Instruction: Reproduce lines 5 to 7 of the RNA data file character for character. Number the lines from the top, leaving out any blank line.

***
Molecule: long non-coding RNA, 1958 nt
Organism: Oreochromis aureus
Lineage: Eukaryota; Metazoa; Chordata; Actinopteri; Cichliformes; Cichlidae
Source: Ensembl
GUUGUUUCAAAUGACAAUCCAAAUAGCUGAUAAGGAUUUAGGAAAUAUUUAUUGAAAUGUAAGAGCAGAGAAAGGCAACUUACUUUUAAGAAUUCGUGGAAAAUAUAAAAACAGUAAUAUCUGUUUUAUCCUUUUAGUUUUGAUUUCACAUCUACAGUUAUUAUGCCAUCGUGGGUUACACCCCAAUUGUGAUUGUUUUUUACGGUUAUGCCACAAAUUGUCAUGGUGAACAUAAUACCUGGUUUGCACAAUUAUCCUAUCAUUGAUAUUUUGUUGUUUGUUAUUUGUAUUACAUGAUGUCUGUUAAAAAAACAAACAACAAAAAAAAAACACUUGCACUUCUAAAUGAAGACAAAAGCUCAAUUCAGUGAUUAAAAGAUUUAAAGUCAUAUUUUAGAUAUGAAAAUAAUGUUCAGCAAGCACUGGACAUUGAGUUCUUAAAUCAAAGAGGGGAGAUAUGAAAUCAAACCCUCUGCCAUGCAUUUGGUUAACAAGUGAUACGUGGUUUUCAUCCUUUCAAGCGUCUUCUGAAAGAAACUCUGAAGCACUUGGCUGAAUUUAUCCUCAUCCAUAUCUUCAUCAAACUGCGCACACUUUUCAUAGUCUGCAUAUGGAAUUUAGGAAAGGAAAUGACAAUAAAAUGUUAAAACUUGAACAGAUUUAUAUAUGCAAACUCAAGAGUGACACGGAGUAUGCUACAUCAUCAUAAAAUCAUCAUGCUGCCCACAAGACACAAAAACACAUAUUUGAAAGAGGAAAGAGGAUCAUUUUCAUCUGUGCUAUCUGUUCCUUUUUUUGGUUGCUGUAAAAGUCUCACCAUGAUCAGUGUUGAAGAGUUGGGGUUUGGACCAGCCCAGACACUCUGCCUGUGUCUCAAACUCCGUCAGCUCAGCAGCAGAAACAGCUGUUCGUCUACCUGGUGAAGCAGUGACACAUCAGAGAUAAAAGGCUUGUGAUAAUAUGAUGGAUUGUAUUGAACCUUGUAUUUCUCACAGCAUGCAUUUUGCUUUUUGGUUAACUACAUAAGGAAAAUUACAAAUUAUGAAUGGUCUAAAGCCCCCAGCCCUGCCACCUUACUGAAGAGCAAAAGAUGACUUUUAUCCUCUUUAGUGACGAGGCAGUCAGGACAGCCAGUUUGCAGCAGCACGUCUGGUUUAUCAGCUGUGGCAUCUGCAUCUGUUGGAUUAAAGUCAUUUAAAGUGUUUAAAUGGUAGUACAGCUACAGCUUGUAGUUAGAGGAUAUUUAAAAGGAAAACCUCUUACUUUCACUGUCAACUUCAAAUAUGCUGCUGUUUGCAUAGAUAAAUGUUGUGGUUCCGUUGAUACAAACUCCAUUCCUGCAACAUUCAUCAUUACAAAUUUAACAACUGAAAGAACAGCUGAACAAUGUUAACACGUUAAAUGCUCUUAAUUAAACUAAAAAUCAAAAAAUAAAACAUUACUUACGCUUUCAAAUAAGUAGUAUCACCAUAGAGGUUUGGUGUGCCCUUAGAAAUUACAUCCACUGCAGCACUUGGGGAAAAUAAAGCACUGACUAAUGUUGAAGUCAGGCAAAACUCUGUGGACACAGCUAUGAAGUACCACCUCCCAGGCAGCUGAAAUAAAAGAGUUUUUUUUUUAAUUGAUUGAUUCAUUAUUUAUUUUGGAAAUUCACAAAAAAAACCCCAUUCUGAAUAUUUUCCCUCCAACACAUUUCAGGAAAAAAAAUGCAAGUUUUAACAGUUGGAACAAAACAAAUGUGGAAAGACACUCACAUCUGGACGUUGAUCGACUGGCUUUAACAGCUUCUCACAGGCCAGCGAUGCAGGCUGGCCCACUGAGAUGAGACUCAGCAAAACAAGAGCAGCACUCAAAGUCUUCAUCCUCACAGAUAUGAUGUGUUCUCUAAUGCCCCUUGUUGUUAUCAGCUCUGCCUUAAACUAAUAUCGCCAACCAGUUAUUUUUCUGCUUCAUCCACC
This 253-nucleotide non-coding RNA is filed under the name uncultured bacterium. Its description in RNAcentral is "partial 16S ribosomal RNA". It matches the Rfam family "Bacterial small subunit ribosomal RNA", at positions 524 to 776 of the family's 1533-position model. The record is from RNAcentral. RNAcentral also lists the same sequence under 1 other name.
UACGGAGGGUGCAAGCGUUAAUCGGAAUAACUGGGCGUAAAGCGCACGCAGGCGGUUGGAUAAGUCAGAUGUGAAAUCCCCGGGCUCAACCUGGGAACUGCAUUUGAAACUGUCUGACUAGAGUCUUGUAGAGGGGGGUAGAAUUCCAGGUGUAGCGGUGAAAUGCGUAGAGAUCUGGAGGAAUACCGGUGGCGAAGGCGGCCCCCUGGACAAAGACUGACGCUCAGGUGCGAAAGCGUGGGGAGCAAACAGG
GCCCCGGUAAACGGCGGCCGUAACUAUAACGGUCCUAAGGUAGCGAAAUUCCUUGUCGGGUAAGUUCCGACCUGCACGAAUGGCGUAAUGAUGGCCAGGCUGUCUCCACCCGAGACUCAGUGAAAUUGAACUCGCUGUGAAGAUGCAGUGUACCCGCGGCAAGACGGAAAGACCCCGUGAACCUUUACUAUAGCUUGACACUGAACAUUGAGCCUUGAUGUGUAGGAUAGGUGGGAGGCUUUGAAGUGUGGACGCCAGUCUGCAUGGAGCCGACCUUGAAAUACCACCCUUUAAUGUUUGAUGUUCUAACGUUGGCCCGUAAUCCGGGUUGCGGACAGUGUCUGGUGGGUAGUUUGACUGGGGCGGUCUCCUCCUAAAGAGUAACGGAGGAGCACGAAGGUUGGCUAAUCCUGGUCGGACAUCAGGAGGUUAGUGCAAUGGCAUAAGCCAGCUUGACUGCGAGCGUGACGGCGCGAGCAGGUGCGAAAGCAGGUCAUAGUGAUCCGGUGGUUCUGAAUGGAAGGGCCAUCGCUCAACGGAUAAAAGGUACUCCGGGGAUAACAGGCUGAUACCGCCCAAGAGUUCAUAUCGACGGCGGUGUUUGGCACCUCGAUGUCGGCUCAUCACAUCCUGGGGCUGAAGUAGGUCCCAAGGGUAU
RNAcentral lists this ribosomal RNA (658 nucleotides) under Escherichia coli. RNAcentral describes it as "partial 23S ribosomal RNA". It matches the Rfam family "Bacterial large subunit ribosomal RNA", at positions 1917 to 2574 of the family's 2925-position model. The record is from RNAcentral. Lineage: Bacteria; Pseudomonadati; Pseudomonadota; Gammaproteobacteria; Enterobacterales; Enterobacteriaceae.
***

GUUGUUUCAAAUGACAAUCCAAAUAGCUGAUAAGGAUUUAGGAAAUAUUUAUUGAAAUGUAAGAGCAGAGAAAGGCAACUUACUUUUAAGAAUUCGUGGAAAAUAUAAAAACAGUAAUAUCUGUUUUAUCCUUUUAGUUUUGAUUUCACAUCUACAGUUAUUAUGCCAUCGUGGGUUACACCCCAAUUGUGAUUGUUUUUUACGGUUAUGCCACAAAUUGUCAUGGUGAACAUAAUACCUGGUUUGCACAAUUAUCCUAUCAUUGAUAUUUUGUUGUUUGUUAUUUGUAUUACAUGAUGUCUGUUAAAAAAACAAACAACAAAAAAAAAACACUUGCACUUCUAAAUGAAGACAAAAGCUCAAUUCAGUGAUUAAAAGAUUUAAAGUCAUAUUUUAGAUAUGAAAAUAAUGUUCAGCAAGCACUGGACAUUGAGUUCUUAAAUCAAAGAGGGGAGAUAUGAAAUCAAACCCUCUGCCAUGCAUUUGGUUAACAAGUGAUACGUGGUUUUCAUCCUUUCAAGCGUCUUCUGAAAGAAACUCUGAAGCACUUGGCUGAAUUUAUCCUCAUCCAUAUCUUCAUCAAACUGCGCACACUUUUCAUAGUCUGCAUAUGGAAUUUAGGAAAGGAAAUGACAAUAAAAUGUUAAAACUUGAACAGAUUUAUAUAUGCAAACUCAAGAGUGACACGGAGUAUGCUACAUCAUCAUAAAAUCAUCAUGCUGCCCACAAGACACAAAAACACAUAUUUGAAAGAGGAAAGAGGAUCAUUUUCAUCUGUGCUAUCUGUUCCUUUUUUUGGUUGCUGUAAAAGUCUCACCAUGAUCAGUGUUGAAGAGUUGGGGUUUGGACCAGCCCAGACACUCUGCCUGUGUCUCAAACUCCGUCAGCUCAGCAGCAGAAACAGCUGUUCGUCUACCUGGUGAAGCAGUGACACAUCAGAGAUAAAAGGCUUGUGAUAAUAUGAUGGAUUGUAUUGAACCUUGUAUUUCUCACAGCAUGCAUUUUGCUUUUUGGUUAACUACAUAAGGAAAAUUACAAAUUAUGAAUGGUCUAAAGCCCCCAGCCCUGCCACCUUACUGAAGAGCAAAAGAUGACUUUUAUCCUCUUUAGUGACGAGGCAGUCAGGACAGCCAGUUUGCAGCAGCACGUCUGGUUUAUCAGCUGUGGCAUCUGCAUCUGUUGGAUUAAAGUCAUUUAAAGUGUUUAAAUGGUAGUACAGCUACAGCUUGUAGUUAGAGGAUAUUUAAAAGGAAAACCUCUUACUUUCACUGUCAACUUCAAAUAUGCUGCUGUUUGCAUAGAUAAAUGUUGUGGUUCCGUUGAUACAAACUCCAUUCCUGCAACAUUCAUCAUUACAAAUUUAACAACUGAAAGAACAGCUGAACAAUGUUAACACGUUAAAUGCUCUUAAUUAAACUAAAAAUCAAAAAAUAAAACAUUACUUACGCUUUCAAAUAAGUAGUAUCACCAUAGAGGUUUGGUGUGCCCUUAGAAAUUACAUCCACUGCAGCACUUGGGGAAAAUAAAGCACUGACUAAUGUUGAAGUCAGGCAAAACUCUGUGGACACAGCUAUGAAGUACCACCUCCCAGGCAGCUGAAAUAAAAGAGUUUUUUUUUUAAUUGAUUGAUUCAUUAUUUAUUUUGGAAAUUCACAAAAAAAACCCCAUUCUGAAUAUUUUCCCUCCAACACAUUUCAGGAAAAAAAAUGCAAGUUUUAACAGUUGGAACAAAACAAAUGUGGAAAGACACUCACAUCUGGACGUUGAUCGACUGGCUUUAACAGCUUCUCACAGGCCAGCGAUGCAGGCUGGCCCACUGAGAUGAGACUCAGCAAAACAAGAGCAGCACUCAAAGUCUUCAUCCUCACAGAUAUGAUGUGUUCUCUAAUGCCCCUUGUUGUUAUCAGCUCUGCCUUAAACUAAUAUCGCCAACCAGUUAUUUUUCUGCUUCAUCCACC
This 253-nucleotide non-coding RNA is filed under the name uncultured bacterium. Its description in RNAcentral is "partial 16S ribosomal RNA". It matches the Rfam family "Bacterial small subunit ribosomal RNA", at positions 524 to 776 of the family's 1533-position model. The record is from RNAcentral. RNAcentral also lists the same sequence under 1 other name.
UACGGAGGGUGCAAGCGUUAAUCGGAAUAACUGGGCGUAAAGCGCACGCAGGCGGUUGGAUAAGUCAGAUGUGAAAUCCCCGGGCUCAACCUGGGAACUGCAUUUGAAACUGUCUGACUAGAGUCUUGUAGAGGGGGGUAGAAUUCCAGGUGUAGCGGUGAAAUGCGUAGAGAUCUGGAGGAAUACCGGUGGCGAAGGCGGCCCCCUGGACAAAGACUGACGCUCAGGUGCGAAAGCGUGGGGAGCAAACAGG